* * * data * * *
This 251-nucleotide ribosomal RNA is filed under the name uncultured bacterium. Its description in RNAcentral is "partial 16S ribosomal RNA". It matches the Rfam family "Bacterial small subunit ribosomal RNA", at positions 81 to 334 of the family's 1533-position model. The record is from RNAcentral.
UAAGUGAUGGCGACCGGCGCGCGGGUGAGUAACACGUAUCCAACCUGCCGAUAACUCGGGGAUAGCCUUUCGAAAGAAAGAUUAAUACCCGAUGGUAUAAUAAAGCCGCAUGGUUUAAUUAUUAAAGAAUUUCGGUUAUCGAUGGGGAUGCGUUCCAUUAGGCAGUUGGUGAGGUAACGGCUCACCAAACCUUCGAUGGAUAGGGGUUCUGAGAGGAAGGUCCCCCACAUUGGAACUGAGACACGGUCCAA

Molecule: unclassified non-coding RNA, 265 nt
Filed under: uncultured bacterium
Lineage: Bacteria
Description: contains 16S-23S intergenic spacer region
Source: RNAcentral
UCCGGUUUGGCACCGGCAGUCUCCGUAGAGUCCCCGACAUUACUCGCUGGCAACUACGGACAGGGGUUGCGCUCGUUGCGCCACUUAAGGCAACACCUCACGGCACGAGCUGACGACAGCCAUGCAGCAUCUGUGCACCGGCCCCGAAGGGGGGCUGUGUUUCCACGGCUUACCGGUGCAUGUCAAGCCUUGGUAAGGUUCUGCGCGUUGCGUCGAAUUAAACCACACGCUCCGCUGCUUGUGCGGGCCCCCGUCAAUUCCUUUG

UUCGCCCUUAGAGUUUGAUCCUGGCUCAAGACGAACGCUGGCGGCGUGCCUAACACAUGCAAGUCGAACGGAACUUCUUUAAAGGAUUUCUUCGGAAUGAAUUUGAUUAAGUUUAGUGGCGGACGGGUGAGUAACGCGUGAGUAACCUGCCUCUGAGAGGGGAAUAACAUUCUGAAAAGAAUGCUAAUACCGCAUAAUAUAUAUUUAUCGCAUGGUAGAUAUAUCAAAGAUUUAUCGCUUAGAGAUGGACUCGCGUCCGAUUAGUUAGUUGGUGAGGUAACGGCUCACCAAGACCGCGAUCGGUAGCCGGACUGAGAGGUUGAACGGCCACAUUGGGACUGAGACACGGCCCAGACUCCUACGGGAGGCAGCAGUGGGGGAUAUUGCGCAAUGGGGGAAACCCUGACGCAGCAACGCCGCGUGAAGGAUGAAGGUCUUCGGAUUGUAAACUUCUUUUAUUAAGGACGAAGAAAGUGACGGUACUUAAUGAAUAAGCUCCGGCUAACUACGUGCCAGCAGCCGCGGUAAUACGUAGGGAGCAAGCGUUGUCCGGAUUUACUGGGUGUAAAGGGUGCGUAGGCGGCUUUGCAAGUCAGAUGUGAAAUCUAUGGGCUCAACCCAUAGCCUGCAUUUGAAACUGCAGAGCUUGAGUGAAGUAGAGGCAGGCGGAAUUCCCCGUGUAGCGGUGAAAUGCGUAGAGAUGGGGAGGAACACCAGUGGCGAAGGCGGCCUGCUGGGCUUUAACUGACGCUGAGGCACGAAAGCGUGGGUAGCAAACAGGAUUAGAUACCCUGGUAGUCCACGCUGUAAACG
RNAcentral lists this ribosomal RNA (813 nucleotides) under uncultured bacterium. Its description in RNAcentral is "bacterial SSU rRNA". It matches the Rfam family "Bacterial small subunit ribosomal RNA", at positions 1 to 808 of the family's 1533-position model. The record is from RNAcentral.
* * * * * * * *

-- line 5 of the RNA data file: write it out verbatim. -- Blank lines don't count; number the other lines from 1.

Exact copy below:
Lineage: Bacteria